Mostly I miss my father very much but there are times when I am glad he is not around to see the lunacy emanating from the left. This is one such case as the ACLU now says that men can have periods and babies. Just out of curiosity, I would love to know how many abortions Planned Parenthood performs on biological men every year.
I understand tampon companies who take the word women from their products. If men want to buy them, these companies are more than happy to sell them to them. It’s as if there is a contest to see who can be the most ridiculous. It’s a contest that makes it impossible for conservatives to win or liberals to lose. How long before the ACLU starts bringing lawsuits against abortion clinics that will not accept men? It’s only a matter of time.
There’s no one way to be a man.
Men who get their periods are men.
Men who get pregnant and give birth are men.
Trans and non-binary men belong.#InternationalMensDay
— ACLU (@ACLU) November 19, 2019
Perhaps the ACLU is talking about people who are born as a woman and identify as men. But, it wouldn’t be due to their male organs but their female organs. Liberals try to control the language because they are unable to control the facts.
As a trans person closeted until 24, I had a very distant relationship with my body. Getting my period forced me to deal with it — and showed me the body type I was born with is a mind-blowing thing. My body had the capability to produce a human life and it can clean itself out! Alas, I haven’t had a period in five years because I am on testosterone. Technically, I could take less testosterone, get a period and still look as masculine as I do. But ultimately, I chose not to have one. My gender dysphoria, which is eased through testosterone and surgery, outweighs my sentimentality toward my period.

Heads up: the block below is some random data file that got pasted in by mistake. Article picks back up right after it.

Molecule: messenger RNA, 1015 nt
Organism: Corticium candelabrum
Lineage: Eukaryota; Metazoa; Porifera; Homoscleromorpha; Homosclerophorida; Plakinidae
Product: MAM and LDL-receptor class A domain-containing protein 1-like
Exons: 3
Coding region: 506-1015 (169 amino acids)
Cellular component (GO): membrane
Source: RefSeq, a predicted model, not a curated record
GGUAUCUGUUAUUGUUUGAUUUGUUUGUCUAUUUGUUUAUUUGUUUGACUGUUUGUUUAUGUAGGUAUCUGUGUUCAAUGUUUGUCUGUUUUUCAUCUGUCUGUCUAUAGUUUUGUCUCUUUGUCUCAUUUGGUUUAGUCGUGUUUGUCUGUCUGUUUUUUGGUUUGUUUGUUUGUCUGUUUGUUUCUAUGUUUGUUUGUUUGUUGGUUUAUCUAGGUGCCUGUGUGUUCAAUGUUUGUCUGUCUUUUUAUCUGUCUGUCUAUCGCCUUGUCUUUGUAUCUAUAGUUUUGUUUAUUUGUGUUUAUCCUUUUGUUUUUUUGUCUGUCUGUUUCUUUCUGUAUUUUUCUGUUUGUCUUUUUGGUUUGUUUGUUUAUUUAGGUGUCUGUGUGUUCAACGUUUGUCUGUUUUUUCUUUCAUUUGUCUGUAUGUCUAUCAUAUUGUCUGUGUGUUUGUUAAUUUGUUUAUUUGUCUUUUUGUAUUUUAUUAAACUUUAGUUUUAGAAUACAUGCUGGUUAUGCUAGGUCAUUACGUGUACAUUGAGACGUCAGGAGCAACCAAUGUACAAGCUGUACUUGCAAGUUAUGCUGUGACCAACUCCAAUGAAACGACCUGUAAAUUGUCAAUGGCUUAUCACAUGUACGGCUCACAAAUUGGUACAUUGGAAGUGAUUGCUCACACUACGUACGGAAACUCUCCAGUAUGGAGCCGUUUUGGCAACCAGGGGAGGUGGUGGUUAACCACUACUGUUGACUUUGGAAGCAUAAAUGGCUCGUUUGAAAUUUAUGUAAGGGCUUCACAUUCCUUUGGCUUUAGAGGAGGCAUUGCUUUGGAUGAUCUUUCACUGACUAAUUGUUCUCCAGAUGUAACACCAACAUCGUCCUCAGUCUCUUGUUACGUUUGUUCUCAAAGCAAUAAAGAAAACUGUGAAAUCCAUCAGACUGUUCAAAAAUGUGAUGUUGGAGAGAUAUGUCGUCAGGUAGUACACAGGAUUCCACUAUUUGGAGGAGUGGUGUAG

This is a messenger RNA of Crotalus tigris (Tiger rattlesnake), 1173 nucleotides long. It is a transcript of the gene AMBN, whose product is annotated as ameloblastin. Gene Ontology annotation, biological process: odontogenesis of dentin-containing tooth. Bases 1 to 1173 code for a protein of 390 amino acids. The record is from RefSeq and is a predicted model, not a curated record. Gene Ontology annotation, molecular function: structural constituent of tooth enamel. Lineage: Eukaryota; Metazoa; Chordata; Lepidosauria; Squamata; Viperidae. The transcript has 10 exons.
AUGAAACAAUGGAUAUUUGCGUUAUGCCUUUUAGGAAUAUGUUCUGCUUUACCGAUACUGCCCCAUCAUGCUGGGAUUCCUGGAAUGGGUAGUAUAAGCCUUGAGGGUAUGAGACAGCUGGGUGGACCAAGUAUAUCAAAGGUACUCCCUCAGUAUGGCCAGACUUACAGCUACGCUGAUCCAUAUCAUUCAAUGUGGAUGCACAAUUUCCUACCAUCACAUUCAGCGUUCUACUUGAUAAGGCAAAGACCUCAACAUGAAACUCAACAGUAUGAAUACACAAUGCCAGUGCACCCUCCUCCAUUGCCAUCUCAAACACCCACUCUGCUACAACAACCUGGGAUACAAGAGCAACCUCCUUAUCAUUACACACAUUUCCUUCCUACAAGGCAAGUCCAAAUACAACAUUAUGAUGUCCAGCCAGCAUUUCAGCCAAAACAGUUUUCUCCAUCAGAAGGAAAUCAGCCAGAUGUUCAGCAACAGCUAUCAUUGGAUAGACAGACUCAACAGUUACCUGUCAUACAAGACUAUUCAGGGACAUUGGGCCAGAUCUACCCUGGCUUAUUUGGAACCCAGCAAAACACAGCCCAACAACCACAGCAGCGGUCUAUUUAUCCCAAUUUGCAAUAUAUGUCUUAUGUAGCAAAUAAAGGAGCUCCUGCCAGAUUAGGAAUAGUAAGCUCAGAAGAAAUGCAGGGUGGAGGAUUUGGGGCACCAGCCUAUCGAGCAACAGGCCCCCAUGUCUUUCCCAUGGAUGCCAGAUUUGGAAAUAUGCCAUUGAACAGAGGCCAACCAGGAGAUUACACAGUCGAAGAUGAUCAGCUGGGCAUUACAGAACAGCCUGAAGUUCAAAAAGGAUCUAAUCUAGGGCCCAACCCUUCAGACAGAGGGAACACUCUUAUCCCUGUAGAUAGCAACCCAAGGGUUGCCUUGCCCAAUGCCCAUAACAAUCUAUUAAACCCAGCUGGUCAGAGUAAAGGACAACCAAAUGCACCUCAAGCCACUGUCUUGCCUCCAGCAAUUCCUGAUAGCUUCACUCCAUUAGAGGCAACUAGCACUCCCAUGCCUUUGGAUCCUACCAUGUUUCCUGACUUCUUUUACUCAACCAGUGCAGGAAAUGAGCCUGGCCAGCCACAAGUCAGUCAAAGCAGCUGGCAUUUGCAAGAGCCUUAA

Others maintain, however, that people who were born as biological males and identify as women can experience period symptoms:
Ashley’s a 23-year-old trans girl who’s been on hormone replacement therapy (HRT) for over a year. She takes a cocktail of the antiandrogen spironolactone and estradiol, a form of estrogen. About five months into her treatment, she began experiencing a predictable pattern of symptoms: First would come the soreness and swelling in her chest along with bouts of nausea; the next day, she’d endure painful abdominal cramping lasting minutes at a time, as well as constant nausea, hot flashes, dizziness, photosensitive migraines, and bloating. This cycle, she says, lasts for about six to seven days and repeats roughly every five weeks. If those symptoms sound familiar, it’s because billions of cis women all over the world experience similar symptoms while menstruating.